MARCUS BROTHERS IMPORTS
FOLLOW THE BADGER
THE WINES OF MAS DES QUERNES
LE VINE PRINT #1 — A WINE STORY
Spring is here and little green leaves spread across the country. Even though most winemakers are finishing pruning the vines and watching for bud break, no one gets too comfortable. It's still early and there's the risk of a late freeze.
Meanwhile, there's always so much to do — tilling the soil, watering young vines, bottling new vintages and presenting them to thirsty buyers at wine fairs.
Work never stops in the French wine wonderland.
Speaking of France...
...here's a quick overview on just how old and diverse this wine wonderland is!
500 BCWine first introduced by Phoenicians, Greeks, Etruscans
425 BCEarliest evidence of actual winemaking in France
1st CenturyRomans, invading from the north, introduce wine to other regions
6th CenturyThe Church further develops viticulture and wine's cultural importance
1789-1804The French Revolution & Napoleonic Code make wine more accessible to the masses
winemaking regions today
types of grapes
Thirsty yet? Well, how about...
— CHAPTER 1 —
One evening in Paris, a few years back, we were in one of our regular cave — much like this one:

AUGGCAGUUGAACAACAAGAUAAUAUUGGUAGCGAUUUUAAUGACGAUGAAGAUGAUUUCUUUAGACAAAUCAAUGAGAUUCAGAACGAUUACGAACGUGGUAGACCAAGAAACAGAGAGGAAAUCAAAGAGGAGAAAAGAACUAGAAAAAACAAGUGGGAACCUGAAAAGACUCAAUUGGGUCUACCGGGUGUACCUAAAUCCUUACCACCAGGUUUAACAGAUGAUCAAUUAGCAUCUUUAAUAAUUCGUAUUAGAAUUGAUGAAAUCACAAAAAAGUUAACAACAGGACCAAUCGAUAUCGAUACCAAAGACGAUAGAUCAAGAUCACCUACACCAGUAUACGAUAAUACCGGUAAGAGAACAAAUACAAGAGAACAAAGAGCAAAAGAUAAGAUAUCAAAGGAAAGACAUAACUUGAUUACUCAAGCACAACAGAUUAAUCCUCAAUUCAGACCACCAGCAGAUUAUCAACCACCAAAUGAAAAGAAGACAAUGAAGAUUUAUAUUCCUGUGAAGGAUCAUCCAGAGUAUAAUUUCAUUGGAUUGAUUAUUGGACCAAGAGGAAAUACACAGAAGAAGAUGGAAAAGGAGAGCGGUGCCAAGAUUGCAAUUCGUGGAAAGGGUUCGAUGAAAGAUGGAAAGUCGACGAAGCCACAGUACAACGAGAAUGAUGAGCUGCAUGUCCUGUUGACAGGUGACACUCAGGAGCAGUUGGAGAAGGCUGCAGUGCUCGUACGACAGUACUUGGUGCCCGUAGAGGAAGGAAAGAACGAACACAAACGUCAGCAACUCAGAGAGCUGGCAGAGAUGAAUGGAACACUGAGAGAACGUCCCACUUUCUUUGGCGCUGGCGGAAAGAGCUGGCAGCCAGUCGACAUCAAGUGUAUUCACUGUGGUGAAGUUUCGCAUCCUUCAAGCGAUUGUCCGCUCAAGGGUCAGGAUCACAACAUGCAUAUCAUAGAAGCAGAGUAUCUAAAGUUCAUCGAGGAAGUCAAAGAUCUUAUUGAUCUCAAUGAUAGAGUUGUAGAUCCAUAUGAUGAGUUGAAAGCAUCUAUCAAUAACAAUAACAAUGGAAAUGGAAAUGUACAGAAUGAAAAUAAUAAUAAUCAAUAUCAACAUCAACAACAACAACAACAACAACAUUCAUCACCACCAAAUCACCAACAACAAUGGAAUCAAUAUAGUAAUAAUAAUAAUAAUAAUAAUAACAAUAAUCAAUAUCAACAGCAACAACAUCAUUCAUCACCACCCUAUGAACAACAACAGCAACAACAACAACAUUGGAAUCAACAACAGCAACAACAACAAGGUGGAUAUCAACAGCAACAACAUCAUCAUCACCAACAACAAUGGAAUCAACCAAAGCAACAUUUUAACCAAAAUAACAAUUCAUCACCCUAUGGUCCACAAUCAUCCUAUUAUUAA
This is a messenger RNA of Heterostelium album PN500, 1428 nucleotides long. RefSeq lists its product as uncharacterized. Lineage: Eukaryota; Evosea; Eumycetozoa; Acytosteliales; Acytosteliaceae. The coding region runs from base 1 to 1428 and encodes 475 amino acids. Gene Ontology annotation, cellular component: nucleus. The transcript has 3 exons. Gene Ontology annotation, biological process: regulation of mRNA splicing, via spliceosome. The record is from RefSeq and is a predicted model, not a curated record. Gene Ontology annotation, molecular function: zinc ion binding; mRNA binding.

A "cave" — pronounced CAV, like Cavaliers — is a wine store or cellar. It's a good place to burrow in for a good tasting or three.
And on that particular night we came across Le Blaireau — The Badger.
Since we were bone dry thirsty — as is usual before our daily apéro — our friend behind the bar poured us a few quick glasses of a 100% Carignan.
Wait — an apé-what?
Apéro — from apéritif — a drink served during appetizers. When guests arrive, the French joyfully shout “Apéro”! Everyone gathers together and the host serves wine, whiskey, pastis or whatever each guest prefers. Saucisson, cheese or a mix of both ("une planche mixte") are often served in wine bars, but something a bit more elaborate can be served at home.
Le Blaireau 2015
Brilliant color with violet shades. Expressive nose with hints of blackberry, black pepper and Mediterranean herbs. Nice, round body. Fresh, dense and structured.
Named after the real European badger that used to live in the vineyard.
JUST A FEW NOTES ON CARIGNANHigh fruit, medium-to-high tannins and acidity — for those who like Zinfandel or Merlot. Mostly found in southern France, specifically to dry Languedoc-Roussillon, and fortunately quite resistant to drought. Has undergone a renaissance in recent years as winemakers and consumers warm to its bursts of fruit and spice.